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The Physics of Marketing – Conservation of Energy

This week’s Physics of Marketing post is about energy. It is clear when someone has energy and more clear when they lack it. Starbuck’s has made a fortune on regularly selling me cups full of energy in the form of caffeine laden black coffee.

Energy takes many forms, and is probably best thought of in terms of change or motion. Both are forms of kinetic energy. Potential energy is less intuitive, but equally important. It is the boulder at the top of the hill, which if nudged would descend with tremendous momentum, crushing anything in its path. While at rest, it is potential energy.

Conservation of Energy means that energy is neither created or destroyed, but rather that it simply is transferred from one form to another. There is a finite amount of energy, but seemingly infinite manifestations of that amount. Energy is the E in Einstein’s famous E=mc2.. Energy is a fundamental part of the universe, and again is neither created nor destroyed.

So, how does the conservation of energy relate to marketing?

Immediately I was drawn to the idea of the interaction between a company and the consumer. The product or service offering of a company is designed to address some unfulfilled need of the consumer. “Wouldn’t it be great if that were bigger, faster, better, cheaper, more, easier, smarter, less, …” You get the gist. The consumer chooses if the need is important enough to act upon, and if so, can choose to seek help from a particular company. This all represents potential energy. The goal of marketing is to convert this into kinetic energy – initially this is a sale. But it does not end there.

If the initial sale goes well, there is a good chance that more of the consumer’s potential energy is converted to kinetic energy. This may take the form of repeat business. If things go exceptionally well, the consumer may choose to actively participate in the conversion process by spreading the word to friends and family. This positive word of mouth can deliver more kinetic energy. This should ultimately result in cash for the company – potential energy. At which point, the company might choose to invest in future innovation – potential energy.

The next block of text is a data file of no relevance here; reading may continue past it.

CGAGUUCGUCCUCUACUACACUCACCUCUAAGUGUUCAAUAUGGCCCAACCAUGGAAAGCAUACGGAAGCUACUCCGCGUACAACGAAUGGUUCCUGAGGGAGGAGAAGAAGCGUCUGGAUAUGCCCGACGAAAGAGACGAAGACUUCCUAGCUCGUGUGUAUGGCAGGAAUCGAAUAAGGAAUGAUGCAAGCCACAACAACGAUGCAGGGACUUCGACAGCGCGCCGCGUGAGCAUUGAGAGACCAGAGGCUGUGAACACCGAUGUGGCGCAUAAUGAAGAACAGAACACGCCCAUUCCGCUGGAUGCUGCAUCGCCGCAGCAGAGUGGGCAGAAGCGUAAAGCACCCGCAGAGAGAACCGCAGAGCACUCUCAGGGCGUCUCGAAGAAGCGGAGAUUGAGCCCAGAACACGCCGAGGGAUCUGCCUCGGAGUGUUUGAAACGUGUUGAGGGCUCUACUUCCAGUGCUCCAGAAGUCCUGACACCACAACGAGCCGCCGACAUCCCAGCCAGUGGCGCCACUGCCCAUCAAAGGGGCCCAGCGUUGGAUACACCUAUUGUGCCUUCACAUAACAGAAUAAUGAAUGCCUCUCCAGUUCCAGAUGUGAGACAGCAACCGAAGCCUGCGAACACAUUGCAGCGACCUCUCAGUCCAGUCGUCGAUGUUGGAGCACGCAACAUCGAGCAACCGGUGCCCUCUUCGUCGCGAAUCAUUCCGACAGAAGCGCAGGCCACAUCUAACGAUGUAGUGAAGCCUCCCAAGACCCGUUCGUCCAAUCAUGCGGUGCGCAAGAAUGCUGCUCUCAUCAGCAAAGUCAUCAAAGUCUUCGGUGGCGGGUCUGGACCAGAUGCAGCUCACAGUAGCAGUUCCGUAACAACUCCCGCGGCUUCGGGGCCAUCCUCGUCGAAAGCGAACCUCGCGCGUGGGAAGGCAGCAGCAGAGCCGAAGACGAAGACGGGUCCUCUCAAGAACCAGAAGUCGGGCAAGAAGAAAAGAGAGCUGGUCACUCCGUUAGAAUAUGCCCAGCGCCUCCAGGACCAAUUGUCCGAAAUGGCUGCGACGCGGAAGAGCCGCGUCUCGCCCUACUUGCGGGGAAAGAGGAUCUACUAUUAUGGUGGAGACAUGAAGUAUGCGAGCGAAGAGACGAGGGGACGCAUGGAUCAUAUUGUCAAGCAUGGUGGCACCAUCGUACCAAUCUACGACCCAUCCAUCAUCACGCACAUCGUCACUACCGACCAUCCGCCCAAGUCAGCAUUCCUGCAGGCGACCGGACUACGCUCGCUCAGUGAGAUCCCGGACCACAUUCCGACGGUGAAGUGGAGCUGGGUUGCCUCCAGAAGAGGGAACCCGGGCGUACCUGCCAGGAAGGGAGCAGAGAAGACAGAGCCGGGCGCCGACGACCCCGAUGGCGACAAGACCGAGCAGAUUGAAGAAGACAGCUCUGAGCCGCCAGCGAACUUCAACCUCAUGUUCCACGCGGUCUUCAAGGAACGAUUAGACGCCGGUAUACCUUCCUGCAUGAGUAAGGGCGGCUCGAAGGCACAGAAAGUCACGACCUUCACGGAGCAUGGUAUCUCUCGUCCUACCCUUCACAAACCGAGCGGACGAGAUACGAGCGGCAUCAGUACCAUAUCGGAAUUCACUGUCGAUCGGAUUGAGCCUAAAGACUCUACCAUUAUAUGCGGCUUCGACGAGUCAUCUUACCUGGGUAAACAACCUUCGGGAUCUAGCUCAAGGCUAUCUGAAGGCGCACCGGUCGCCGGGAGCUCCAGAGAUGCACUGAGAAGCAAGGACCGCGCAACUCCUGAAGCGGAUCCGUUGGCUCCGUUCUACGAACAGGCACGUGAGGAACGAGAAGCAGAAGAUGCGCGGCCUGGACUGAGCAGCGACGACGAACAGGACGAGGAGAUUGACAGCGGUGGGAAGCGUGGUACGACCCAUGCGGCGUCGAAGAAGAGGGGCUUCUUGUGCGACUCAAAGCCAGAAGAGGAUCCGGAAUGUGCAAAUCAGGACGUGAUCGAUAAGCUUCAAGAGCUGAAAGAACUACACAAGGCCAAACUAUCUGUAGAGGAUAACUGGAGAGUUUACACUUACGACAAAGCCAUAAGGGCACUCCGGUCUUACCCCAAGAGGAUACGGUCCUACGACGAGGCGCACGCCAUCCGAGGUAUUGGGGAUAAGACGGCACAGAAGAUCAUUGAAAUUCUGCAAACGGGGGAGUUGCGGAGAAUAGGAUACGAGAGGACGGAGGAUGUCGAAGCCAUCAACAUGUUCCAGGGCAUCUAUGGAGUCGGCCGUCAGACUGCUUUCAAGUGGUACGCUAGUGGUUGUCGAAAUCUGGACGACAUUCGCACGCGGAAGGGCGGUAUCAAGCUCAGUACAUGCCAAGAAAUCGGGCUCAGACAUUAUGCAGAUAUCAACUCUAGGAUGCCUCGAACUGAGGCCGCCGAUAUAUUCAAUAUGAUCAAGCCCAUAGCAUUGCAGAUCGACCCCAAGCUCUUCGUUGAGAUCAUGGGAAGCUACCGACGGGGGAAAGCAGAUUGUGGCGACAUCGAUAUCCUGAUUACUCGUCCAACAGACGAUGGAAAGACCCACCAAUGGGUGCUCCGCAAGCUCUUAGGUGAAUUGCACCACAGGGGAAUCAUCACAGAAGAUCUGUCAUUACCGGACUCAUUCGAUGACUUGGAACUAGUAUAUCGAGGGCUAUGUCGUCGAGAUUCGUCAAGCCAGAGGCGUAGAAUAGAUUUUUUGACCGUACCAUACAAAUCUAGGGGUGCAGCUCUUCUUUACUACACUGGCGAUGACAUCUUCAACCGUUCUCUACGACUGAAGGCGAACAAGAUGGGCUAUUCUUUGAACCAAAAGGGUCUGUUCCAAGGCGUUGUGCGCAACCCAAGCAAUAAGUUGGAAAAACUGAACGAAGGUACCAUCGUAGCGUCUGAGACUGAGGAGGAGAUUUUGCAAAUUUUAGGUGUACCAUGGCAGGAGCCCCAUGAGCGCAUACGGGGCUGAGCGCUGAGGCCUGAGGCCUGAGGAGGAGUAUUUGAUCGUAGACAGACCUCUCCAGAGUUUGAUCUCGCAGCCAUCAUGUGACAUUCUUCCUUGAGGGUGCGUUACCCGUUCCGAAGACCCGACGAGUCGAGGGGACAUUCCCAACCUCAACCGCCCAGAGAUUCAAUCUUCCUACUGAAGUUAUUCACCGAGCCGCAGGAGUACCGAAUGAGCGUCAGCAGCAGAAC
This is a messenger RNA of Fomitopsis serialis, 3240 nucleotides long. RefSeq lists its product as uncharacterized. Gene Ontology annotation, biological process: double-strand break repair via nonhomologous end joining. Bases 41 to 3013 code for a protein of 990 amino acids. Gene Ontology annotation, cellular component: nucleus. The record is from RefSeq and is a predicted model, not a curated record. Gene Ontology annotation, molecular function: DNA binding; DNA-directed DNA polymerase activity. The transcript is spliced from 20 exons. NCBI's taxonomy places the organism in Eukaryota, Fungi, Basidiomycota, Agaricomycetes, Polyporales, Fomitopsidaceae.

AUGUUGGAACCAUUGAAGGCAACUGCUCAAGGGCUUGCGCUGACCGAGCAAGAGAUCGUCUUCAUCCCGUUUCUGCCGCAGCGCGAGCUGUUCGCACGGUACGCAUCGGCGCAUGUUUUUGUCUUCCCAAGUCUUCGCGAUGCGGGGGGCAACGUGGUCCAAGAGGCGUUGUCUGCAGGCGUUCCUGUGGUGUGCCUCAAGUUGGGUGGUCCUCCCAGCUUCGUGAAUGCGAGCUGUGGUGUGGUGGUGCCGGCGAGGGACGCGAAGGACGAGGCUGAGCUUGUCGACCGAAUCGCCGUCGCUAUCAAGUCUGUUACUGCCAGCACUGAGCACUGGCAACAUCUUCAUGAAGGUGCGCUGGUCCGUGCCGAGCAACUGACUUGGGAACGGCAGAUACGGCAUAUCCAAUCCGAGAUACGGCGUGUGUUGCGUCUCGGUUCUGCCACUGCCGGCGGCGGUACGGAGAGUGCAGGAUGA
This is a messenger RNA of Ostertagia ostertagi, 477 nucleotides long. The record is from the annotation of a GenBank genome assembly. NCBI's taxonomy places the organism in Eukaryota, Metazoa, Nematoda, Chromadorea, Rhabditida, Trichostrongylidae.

Conversely, if the sale goes poorly, the conversion of energy from potential to kinetic follows a different path. If the experience is mediocre, most of the potential energy will likely remain unconverted, or will be converted by another provider. The consumer goes away, and the transaction is a one-time experience. If things go very poorly, large amounts of potential energy will be converted – this time to the detriment of the company. An angry consumer in the digital age can spread negative word of mouth far, wide, and fast. In instances where others share a similar negative experience, the result for the company can be devastating. . Consumers will move to competitors, and the company will struggle to survive.
According to Abraham Maslow, all people have needs. These needs constantly change form but always remain present. Thus energy is always present in the marketplace. Marketing seeks out potential energy. Great marketing maximizes its conversion to kinetic energy, and then back to potential energy again.

What do you think? Draw your analogy between Conservation of Energy and Marketing. Join the conversation and leave your comments.